Such conversations often lead to settlement.
However, you should be wary that the opposing side might be getting coached by their attorney. Before making a final agreement be sure to have your attorney review the terms.
You can usually amend a complaint to add new claims only once. A second amendment would require a motion to the court and the court's approval.
With that said, it is important to amend your complaint as soon as reasonably possible. A motion to amend a complaint to add a new claim or claims could be denied if it comes too close to trial and adding the additional claims would be prejudicial to the other side.
In Washington State there are statutes which would allow a court the ability to award attorneys fees in situations such as you've described. There may be statutes in Florida, designed to protect against the abuse (including financial exploitation) of the elderly that provide for attorneys fees.
The heirs should be aware, however, that the usual rule is that if one side is entitled to an award of attorneys fees, the other side would be as well. That means if they don't prevail, they might...
I would follow up, again. I would follow up with a phone call and then document the phone call with an email and letter. "Just to confirm what we discussed....bla bla. If I have not accurately summarized our conversation please let me know immediately."
I would print these all out. I would file a second motion with the arbitrator and ask for sanctions. Specifically, I would ask that they not be allowed to present any evidence or documents that are not disclosed. If you need the...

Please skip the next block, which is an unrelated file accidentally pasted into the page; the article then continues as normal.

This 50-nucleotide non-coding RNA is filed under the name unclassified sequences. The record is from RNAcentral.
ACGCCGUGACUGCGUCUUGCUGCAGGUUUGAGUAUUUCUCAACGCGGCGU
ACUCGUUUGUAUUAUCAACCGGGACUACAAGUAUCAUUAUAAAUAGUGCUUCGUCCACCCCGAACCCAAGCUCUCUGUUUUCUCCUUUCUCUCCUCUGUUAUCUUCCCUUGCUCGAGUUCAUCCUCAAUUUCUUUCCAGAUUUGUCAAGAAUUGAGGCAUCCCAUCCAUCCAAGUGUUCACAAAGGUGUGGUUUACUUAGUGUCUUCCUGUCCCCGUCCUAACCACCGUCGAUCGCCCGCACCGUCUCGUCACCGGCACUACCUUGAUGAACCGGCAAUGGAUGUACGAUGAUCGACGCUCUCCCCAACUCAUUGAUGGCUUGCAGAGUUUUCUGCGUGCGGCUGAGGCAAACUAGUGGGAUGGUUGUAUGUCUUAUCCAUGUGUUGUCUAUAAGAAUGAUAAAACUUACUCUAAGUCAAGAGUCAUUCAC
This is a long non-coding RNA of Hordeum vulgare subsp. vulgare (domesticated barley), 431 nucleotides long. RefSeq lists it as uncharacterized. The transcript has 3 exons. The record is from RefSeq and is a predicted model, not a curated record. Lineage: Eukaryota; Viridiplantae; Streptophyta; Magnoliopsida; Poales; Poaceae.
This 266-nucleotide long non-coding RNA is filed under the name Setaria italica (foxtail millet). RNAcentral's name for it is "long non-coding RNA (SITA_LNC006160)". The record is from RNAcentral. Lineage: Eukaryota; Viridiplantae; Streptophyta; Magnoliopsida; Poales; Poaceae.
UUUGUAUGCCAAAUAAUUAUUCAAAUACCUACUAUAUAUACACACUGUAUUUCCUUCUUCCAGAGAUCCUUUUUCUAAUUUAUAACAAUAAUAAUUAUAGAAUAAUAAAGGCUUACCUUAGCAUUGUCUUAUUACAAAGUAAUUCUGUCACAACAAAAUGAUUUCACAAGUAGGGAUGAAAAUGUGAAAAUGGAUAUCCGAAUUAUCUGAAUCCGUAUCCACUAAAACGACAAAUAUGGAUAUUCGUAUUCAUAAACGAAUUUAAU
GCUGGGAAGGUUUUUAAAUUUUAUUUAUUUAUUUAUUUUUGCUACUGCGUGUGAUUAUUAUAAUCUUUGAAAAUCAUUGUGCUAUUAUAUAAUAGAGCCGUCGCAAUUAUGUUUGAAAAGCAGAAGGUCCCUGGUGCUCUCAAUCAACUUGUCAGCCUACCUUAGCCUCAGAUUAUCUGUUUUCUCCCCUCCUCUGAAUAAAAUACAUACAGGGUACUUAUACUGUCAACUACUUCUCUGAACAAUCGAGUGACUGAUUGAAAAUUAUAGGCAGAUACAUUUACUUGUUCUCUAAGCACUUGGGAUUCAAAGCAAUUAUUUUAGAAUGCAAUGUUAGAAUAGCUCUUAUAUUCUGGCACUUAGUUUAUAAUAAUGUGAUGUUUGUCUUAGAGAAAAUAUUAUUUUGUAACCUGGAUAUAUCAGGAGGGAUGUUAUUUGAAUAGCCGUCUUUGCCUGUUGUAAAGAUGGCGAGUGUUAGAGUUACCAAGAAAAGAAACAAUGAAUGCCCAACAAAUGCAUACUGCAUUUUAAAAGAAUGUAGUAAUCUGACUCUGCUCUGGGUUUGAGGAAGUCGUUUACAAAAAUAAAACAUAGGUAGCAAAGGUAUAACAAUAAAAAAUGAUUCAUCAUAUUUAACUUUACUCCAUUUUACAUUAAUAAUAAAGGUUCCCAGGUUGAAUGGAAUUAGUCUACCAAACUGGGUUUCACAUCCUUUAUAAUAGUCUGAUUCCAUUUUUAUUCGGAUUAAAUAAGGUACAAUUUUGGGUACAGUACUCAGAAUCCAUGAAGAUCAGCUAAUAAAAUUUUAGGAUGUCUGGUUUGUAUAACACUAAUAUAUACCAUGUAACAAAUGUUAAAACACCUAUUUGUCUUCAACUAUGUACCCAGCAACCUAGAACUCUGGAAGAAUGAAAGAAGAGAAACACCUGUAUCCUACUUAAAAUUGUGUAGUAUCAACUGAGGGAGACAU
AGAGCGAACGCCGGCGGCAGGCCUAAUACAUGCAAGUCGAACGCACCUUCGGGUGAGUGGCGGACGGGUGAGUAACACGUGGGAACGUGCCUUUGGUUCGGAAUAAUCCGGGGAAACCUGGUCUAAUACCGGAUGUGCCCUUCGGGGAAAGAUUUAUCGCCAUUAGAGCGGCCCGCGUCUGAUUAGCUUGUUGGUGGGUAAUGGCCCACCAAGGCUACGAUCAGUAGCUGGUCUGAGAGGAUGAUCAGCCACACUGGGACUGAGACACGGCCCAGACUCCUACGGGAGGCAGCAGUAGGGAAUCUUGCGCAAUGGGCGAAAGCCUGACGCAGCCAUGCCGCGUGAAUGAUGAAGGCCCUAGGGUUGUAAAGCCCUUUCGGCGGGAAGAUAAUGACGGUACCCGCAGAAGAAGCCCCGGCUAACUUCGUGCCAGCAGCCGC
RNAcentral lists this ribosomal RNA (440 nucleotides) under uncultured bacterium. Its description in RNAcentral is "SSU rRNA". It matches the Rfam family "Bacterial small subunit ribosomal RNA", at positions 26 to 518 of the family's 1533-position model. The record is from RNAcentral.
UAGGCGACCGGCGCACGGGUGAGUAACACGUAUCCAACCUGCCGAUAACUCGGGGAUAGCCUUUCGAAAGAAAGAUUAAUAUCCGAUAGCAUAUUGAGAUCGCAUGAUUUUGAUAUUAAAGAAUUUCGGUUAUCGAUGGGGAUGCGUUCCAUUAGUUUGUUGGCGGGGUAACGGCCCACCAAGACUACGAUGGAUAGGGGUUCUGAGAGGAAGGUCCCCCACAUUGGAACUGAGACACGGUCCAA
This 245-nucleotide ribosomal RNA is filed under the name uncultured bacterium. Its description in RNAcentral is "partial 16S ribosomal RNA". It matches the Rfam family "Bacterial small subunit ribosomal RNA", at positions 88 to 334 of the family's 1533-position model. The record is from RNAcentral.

It means that ANY conceivable claim you might have against the other party would be waived and you would not be able to bring it in any future action. This would likely even include claims that you are not currently aware of.
You would want to dismiss the case, without prejudice. That way you can refile the case in the future. (Provided the statute of limitations has not barred your claim).
If you do refile your case in the future, you might be obligated to pay attorneys fees to the defendant for the work that was done on this case. You would need to review the civil rules for your jurisdiction to answer that.
If the correspondence is relevant or contains relevant information, they most likely will be admissible. Objections to its admissibility might be based on hearsay, confidentiality or best evidence rule.
I would recommend that you review all the correspondence to determine which ones contain relevant information and then determine if there is a specific objection to its inclusion in evidence.